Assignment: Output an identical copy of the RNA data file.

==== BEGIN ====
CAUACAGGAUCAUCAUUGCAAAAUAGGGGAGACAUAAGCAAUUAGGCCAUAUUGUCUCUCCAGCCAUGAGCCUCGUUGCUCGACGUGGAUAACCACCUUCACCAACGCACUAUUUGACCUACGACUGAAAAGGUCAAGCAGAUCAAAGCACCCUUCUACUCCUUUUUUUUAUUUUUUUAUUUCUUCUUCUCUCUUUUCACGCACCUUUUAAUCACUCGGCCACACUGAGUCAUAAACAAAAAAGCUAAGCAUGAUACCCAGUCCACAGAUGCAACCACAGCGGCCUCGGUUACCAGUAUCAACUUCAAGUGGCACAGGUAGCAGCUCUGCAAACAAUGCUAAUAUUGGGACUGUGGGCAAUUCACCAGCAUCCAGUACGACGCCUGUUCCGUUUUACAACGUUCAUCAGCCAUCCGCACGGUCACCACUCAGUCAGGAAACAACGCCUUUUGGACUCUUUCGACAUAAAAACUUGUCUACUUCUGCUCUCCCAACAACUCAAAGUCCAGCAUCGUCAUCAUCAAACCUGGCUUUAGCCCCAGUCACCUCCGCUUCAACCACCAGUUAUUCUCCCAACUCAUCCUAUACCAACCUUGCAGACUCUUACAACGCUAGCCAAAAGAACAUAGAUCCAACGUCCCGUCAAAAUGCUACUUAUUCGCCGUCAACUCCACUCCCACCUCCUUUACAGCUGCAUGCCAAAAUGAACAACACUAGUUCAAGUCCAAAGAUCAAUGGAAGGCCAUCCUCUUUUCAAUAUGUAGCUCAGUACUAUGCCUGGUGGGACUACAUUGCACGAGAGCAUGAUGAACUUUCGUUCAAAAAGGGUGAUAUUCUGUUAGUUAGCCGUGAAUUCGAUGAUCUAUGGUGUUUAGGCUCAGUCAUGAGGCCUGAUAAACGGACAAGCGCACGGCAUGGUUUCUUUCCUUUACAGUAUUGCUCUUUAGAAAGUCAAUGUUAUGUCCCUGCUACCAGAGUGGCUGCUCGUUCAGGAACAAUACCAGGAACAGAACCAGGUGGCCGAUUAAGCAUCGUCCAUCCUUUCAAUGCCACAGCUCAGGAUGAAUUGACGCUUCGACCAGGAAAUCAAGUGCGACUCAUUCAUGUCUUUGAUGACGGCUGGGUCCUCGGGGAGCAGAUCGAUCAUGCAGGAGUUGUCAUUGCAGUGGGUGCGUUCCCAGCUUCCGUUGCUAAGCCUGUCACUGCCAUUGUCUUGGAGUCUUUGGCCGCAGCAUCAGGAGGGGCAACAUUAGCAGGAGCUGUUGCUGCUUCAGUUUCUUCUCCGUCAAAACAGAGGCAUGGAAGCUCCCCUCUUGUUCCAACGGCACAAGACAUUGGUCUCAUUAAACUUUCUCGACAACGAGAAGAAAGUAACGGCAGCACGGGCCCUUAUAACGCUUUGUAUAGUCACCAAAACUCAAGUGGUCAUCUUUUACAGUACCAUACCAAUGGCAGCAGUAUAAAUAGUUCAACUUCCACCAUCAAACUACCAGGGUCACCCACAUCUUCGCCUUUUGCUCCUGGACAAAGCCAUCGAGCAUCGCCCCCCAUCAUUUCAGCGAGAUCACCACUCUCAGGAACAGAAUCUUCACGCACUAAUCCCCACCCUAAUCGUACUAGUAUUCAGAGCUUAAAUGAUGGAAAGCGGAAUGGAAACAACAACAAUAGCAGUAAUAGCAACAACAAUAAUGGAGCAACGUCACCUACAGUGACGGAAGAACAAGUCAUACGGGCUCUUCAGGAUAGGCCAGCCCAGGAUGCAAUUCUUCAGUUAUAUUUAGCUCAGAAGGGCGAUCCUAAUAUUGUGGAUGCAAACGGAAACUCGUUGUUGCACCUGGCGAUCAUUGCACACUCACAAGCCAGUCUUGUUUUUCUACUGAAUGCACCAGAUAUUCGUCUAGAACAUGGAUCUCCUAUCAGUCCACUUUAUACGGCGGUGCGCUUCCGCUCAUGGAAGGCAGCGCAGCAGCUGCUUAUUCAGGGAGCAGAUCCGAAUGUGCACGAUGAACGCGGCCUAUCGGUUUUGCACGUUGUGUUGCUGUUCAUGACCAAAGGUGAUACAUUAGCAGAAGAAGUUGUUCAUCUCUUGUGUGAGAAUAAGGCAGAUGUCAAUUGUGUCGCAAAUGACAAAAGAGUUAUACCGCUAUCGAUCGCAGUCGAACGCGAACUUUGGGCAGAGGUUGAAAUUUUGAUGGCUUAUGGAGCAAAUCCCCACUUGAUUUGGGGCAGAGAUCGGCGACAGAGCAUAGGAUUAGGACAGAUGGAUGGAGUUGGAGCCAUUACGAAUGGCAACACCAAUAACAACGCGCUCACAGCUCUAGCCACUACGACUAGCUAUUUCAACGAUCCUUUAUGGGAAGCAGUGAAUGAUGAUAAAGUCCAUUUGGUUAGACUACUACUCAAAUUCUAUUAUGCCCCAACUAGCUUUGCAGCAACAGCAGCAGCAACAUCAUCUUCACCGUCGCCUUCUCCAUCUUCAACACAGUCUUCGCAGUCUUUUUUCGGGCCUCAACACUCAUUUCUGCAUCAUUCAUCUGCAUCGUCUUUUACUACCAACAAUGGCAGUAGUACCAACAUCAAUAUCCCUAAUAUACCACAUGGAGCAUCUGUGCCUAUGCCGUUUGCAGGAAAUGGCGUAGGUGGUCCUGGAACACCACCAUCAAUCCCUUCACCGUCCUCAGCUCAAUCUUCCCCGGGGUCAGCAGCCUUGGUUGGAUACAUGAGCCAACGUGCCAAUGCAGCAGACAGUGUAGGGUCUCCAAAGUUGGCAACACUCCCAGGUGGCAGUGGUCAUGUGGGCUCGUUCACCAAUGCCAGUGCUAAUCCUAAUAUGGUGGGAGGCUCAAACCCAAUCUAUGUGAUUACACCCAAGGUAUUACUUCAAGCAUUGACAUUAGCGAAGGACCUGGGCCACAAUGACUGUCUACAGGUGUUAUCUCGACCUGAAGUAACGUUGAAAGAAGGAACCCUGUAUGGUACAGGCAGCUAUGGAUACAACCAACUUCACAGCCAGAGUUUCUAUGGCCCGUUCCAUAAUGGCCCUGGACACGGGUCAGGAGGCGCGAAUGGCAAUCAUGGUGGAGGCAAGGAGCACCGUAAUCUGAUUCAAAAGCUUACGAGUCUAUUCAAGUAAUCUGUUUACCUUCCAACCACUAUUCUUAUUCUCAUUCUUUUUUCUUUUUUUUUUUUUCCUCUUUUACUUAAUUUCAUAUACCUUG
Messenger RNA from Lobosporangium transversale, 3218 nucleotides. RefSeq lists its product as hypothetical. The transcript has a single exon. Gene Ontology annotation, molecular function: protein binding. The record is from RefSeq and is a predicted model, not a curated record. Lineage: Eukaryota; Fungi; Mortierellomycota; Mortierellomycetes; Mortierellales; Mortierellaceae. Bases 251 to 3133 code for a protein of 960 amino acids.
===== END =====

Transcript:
CAUACAGGAUCAUCAUUGCAAAAUAGGGGAGACAUAAGCAAUUAGGCCAUAUUGUCUCUCCAGCCAUGAGCCUCGUUGCUCGACGUGGAUAACCACCUUCACCAACGCACUAUUUGACCUACGACUGAAAAGGUCAAGCAGAUCAAAGCACCCUUCUACUCCUUUUUUUUAUUUUUUUAUUUCUUCUUCUCUCUUUUCACGCACCUUUUAAUCACUCGGCCACACUGAGUCAUAAACAAAAAAGCUAAGCAUGAUACCCAGUCCACAGAUGCAACCACAGCGGCCUCGGUUACCAGUAUCAACUUCAAGUGGCACAGGUAGCAGCUCUGCAAACAAUGCUAAUAUUGGGACUGUGGGCAAUUCACCAGCAUCCAGUACGACGCCUGUUCCGUUUUACAACGUUCAUCAGCCAUCCGCACGGUCACCACUCAGUCAGGAAACAACGCCUUUUGGACUCUUUCGACAUAAAAACUUGUCUACUUCUGCUCUCCCAACAACUCAAAGUCCAGCAUCGUCAUCAUCAAACCUGGCUUUAGCCCCAGUCACCUCCGCUUCAACCACCAGUUAUUCUCCCAACUCAUCCUAUACCAACCUUGCAGACUCUUACAACGCUAGCCAAAAGAACAUAGAUCCAACGUCCCGUCAAAAUGCUACUUAUUCGCCGUCAACUCCACUCCCACCUCCUUUACAGCUGCAUGCCAAAAUGAACAACACUAGUUCAAGUCCAAAGAUCAAUGGAAGGCCAUCCUCUUUUCAAUAUGUAGCUCAGUACUAUGCCUGGUGGGACUACAUUGCACGAGAGCAUGAUGAACUUUCGUUCAAAAAGGGUGAUAUUCUGUUAGUUAGCCGUGAAUUCGAUGAUCUAUGGUGUUUAGGCUCAGUCAUGAGGCCUGAUAAACGGACAAGCGCACGGCAUGGUUUCUUUCCUUUACAGUAUUGCUCUUUAGAAAGUCAAUGUUAUGUCCCUGCUACCAGAGUGGCUGCUCGUUCAGGAACAAUACCAGGAACAGAACCAGGUGGCCGAUUAAGCAUCGUCCAUCCUUUCAAUGCCACAGCUCAGGAUGAAUUGACGCUUCGACCAGGAAAUCAAGUGCGACUCAUUCAUGUCUUUGAUGACGGCUGGGUCCUCGGGGAGCAGAUCGAUCAUGCAGGAGUUGUCAUUGCAGUGGGUGCGUUCCCAGCUUCCGUUGCUAAGCCUGUCACUGCCAUUGUCUUGGAGUCUUUGGCCGCAGCAUCAGGAGGGGCAACAUUAGCAGGAGCUGUUGCUGCUUCAGUUUCUUCUCCGUCAAAACAGAGGCAUGGAAGCUCCCCUCUUGUUCCAACGGCACAAGACAUUGGUCUCAUUAAACUUUCUCGACAACGAGAAGAAAGUAACGGCAGCACGGGCCCUUAUAACGCUUUGUAUAGUCACCAAAACUCAAGUGGUCAUCUUUUACAGUACCAUACCAAUGGCAGCAGUAUAAAUAGUUCAACUUCCACCAUCAAACUACCAGGGUCACCCACAUCUUCGCCUUUUGCUCCUGGACAAAGCCAUCGAGCAUCGCCCCCCAUCAUUUCAGCGAGAUCACCACUCUCAGGAACAGAAUCUUCACGCACUAAUCCCCACCCUAAUCGUACUAGUAUUCAGAGCUUAAAUGAUGGAAAGCGGAAUGGAAACAACAACAAUAGCAGUAAUAGCAACAACAAUAAUGGAGCAACGUCACCUACAGUGACGGAAGAACAAGUCAUACGGGCUCUUCAGGAUAGGCCAGCCCAGGAUGCAAUUCUUCAGUUAUAUUUAGCUCAGAAGGGCGAUCCUAAUAUUGUGGAUGCAAACGGAAACUCGUUGUUGCACCUGGCGAUCAUUGCACACUCACAAGCCAGUCUUGUUUUUCUACUGAAUGCACCAGAUAUUCGUCUAGAACAUGGAUCUCCUAUCAGUCCACUUUAUACGGCGGUGCGCUUCCGCUCAUGGAAGGCAGCGCAGCAGCUGCUUAUUCAGGGAGCAGAUCCGAAUGUGCACGAUGAACGCGGCCUAUCGGUUUUGCACGUUGUGUUGCUGUUCAUGACCAAAGGUGAUACAUUAGCAGAAGAAGUUGUUCAUCUCUUGUGUGAGAAUAAGGCAGAUGUCAAUUGUGUCGCAAAUGACAAAAGAGUUAUACCGCUAUCGAUCGCAGUCGAACGCGAACUUUGGGCAGAGGUUGAAAUUUUGAUGGCUUAUGGAGCAAAUCCCCACUUGAUUUGGGGCAGAGAUCGGCGACAGAGCAUAGGAUUAGGACAGAUGGAUGGAGUUGGAGCCAUUACGAAUGGCAACACCAAUAACAACGCGCUCACAGCUCUAGCCACUACGACUAGCUAUUUCAACGAUCCUUUAUGGGAAGCAGUGAAUGAUGAUAAAGUCCAUUUGGUUAGACUACUACUCAAAUUCUAUUAUGCCCCAACUAGCUUUGCAGCAACAGCAGCAGCAACAUCAUCUUCACCGUCGCCUUCUCCAUCUUCAACACAGUCUUCGCAGUCUUUUUUCGGGCCUCAACACUCAUUUCUGCAUCAUUCAUCUGCAUCGUCUUUUACUACCAACAAUGGCAGUAGUACCAACAUCAAUAUCCCUAAUAUACCACAUGGAGCAUCUGUGCCUAUGCCGUUUGCAGGAAAUGGCGUAGGUGGUCCUGGAACACCACCAUCAAUCCCUUCACCGUCCUCAGCUCAAUCUUCCCCGGGGUCAGCAGCCUUGGUUGGAUACAUGAGCCAACGUGCCAAUGCAGCAGACAGUGUAGGGUCUCCAAAGUUGGCAACACUCCCAGGUGGCAGUGGUCAUGUGGGCUCGUUCACCAAUGCCAGUGCUAAUCCUAAUAUGGUGGGAGGCUCAAACCCAAUCUAUGUGAUUACACCCAAGGUAUUACUUCAAGCAUUGACAUUAGCGAAGGACCUGGGCCACAAUGACUGUCUACAGGUGUUAUCUCGACCUGAAGUAACGUUGAAAGAAGGAACCCUGUAUGGUACAGGCAGCUAUGGAUACAACCAACUUCACAGCCAGAGUUUCUAUGGCCCGUUCCAUAAUGGCCCUGGACACGGGUCAGGAGGCGCGAAUGGCAAUCAUGGUGGAGGCAAGGAGCACCGUAAUCUGAUUCAAAAGCUUACGAGUCUAUUCAAGUAAUCUGUUUACCUUCCAACCACUAUUCUUAUUCUCAUUCUUUUUUCUUUUUUUUUUUUUCCUCUUUUACUUAAUUUCAUAUACCUUG
Messenger RNA from Lobosporangium transversale, 3218 nucleotides. RefSeq lists its product as hypothetical. The transcript has a single exon. Gene Ontology annotation, molecular function: protein binding. The record is from RefSeq and is a predicted model, not a curated record. Lineage: Eukaryota; Fungi; Mortierellomycota; Mortierellomycetes; Mortierellales; Mortierellaceae. Bases 251 to 3133 code for a protein of 960 amino acids.